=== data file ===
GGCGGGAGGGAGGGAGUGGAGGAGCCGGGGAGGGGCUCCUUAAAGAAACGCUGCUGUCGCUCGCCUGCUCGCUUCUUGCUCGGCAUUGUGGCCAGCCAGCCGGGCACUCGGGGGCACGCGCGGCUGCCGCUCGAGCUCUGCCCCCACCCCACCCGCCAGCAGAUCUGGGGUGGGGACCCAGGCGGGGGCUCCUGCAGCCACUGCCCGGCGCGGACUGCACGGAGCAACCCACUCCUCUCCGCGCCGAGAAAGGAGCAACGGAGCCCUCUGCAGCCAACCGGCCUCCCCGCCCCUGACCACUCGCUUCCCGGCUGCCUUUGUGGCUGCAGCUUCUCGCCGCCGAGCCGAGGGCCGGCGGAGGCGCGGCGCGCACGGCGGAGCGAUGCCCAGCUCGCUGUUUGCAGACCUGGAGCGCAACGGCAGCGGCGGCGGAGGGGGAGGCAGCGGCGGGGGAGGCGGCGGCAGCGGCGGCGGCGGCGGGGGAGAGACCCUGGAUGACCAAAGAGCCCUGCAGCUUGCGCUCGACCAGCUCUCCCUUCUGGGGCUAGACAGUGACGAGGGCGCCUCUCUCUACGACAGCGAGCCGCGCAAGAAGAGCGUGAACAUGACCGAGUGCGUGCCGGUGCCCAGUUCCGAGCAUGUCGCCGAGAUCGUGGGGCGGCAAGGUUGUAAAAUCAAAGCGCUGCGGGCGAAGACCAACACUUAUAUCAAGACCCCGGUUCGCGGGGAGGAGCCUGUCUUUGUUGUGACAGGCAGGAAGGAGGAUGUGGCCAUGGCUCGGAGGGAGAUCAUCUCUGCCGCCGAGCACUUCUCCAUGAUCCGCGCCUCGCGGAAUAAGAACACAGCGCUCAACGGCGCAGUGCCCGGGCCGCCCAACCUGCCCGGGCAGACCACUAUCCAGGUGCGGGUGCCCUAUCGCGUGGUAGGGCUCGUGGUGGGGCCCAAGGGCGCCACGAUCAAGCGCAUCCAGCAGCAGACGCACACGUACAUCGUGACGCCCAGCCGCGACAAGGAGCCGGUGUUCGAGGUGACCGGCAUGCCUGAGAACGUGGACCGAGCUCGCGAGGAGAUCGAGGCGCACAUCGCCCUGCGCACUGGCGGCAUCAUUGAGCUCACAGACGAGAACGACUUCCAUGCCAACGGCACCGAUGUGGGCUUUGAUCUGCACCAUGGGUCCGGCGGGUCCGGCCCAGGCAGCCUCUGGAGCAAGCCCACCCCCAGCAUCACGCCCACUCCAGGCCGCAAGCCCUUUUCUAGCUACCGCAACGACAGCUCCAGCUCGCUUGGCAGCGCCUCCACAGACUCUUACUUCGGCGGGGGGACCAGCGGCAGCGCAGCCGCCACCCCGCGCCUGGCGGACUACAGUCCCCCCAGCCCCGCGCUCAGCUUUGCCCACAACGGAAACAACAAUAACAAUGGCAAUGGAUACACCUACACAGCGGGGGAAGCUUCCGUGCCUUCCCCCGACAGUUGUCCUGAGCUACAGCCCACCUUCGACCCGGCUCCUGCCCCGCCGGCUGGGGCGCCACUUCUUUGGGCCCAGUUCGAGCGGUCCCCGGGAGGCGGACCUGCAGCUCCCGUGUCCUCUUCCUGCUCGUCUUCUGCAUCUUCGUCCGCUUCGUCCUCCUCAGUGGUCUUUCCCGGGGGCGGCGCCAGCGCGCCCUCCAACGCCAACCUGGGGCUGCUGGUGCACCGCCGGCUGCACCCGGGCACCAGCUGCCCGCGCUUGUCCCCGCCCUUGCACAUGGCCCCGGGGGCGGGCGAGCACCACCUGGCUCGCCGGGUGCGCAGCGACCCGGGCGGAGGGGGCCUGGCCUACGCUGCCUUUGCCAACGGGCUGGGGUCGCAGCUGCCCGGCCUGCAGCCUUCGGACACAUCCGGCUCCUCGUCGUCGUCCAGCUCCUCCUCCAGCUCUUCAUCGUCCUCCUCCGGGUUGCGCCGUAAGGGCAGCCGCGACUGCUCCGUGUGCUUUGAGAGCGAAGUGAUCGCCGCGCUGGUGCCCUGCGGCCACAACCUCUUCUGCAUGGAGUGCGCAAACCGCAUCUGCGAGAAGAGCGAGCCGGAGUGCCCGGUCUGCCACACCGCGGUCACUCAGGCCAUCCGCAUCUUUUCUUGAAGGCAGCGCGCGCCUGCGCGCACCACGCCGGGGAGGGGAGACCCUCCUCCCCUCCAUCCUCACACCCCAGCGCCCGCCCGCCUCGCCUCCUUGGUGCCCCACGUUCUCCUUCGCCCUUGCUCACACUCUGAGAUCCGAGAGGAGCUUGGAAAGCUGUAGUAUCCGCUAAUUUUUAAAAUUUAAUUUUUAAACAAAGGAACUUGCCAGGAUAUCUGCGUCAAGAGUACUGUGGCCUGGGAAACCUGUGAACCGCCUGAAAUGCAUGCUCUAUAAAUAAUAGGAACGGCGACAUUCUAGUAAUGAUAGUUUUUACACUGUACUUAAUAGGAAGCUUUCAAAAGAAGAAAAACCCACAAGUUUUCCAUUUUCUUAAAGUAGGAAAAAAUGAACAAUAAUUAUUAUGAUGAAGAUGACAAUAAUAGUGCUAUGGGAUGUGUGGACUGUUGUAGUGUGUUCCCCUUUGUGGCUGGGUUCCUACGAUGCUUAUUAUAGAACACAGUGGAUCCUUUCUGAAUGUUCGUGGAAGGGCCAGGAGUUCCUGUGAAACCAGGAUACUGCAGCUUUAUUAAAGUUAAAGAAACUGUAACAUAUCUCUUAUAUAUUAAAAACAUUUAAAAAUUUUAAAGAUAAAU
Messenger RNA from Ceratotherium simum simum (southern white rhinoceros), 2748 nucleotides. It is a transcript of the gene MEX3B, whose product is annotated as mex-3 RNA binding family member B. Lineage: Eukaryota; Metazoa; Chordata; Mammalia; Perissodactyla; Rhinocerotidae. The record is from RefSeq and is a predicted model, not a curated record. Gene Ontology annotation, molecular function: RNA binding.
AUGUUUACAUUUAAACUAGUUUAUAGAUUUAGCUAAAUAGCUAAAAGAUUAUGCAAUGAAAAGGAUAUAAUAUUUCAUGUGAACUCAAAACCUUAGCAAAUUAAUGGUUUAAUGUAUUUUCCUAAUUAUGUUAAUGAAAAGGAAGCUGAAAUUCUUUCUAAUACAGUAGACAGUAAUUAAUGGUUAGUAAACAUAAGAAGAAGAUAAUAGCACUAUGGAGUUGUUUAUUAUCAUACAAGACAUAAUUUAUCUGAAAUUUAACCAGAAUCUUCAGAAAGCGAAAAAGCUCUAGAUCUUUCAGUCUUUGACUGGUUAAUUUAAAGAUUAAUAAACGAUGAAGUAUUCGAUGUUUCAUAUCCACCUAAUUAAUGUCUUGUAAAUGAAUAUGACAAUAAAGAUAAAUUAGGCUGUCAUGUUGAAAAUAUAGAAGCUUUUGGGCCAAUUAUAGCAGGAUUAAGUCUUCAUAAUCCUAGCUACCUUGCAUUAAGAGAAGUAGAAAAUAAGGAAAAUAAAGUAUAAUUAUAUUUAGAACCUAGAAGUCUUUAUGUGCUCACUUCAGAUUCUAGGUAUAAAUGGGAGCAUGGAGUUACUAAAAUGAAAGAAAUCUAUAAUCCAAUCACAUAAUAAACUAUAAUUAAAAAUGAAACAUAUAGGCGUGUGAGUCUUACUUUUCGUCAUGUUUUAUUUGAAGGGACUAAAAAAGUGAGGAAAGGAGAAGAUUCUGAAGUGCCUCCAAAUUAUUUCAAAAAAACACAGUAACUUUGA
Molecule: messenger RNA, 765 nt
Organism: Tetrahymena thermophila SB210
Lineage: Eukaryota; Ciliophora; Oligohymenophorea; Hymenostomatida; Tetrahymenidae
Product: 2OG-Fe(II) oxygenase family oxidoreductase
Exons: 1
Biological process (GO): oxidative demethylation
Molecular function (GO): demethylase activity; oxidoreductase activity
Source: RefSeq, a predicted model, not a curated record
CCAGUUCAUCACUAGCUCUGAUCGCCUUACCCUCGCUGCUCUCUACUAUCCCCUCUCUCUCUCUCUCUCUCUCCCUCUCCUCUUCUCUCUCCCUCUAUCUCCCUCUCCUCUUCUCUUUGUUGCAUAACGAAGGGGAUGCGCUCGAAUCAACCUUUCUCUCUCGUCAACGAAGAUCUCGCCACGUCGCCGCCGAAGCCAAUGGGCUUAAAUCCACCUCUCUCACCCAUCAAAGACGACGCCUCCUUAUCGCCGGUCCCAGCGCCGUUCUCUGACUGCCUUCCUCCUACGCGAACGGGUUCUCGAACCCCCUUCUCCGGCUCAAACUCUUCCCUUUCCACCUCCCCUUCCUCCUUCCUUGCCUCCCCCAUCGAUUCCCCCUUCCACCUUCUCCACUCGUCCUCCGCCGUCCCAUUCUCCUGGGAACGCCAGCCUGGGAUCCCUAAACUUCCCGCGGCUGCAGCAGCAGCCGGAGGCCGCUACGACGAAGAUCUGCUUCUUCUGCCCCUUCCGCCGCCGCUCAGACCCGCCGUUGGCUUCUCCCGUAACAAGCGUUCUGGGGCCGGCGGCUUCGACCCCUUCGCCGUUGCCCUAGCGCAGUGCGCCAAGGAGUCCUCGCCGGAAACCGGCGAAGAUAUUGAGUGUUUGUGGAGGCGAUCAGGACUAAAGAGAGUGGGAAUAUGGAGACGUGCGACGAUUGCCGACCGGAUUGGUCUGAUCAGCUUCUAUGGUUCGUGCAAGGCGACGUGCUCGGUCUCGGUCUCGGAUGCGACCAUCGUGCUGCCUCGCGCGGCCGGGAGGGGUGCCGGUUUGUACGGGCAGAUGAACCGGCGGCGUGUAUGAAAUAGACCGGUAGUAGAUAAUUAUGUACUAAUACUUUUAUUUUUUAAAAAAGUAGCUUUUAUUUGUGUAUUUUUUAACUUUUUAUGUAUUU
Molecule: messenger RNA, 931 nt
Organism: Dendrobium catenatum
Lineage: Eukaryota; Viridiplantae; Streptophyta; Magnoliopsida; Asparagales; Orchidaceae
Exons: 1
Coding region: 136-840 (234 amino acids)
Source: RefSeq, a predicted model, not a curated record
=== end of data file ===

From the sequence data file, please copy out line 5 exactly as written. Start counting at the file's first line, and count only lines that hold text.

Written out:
Organism: Tetrahymena thermophila SB210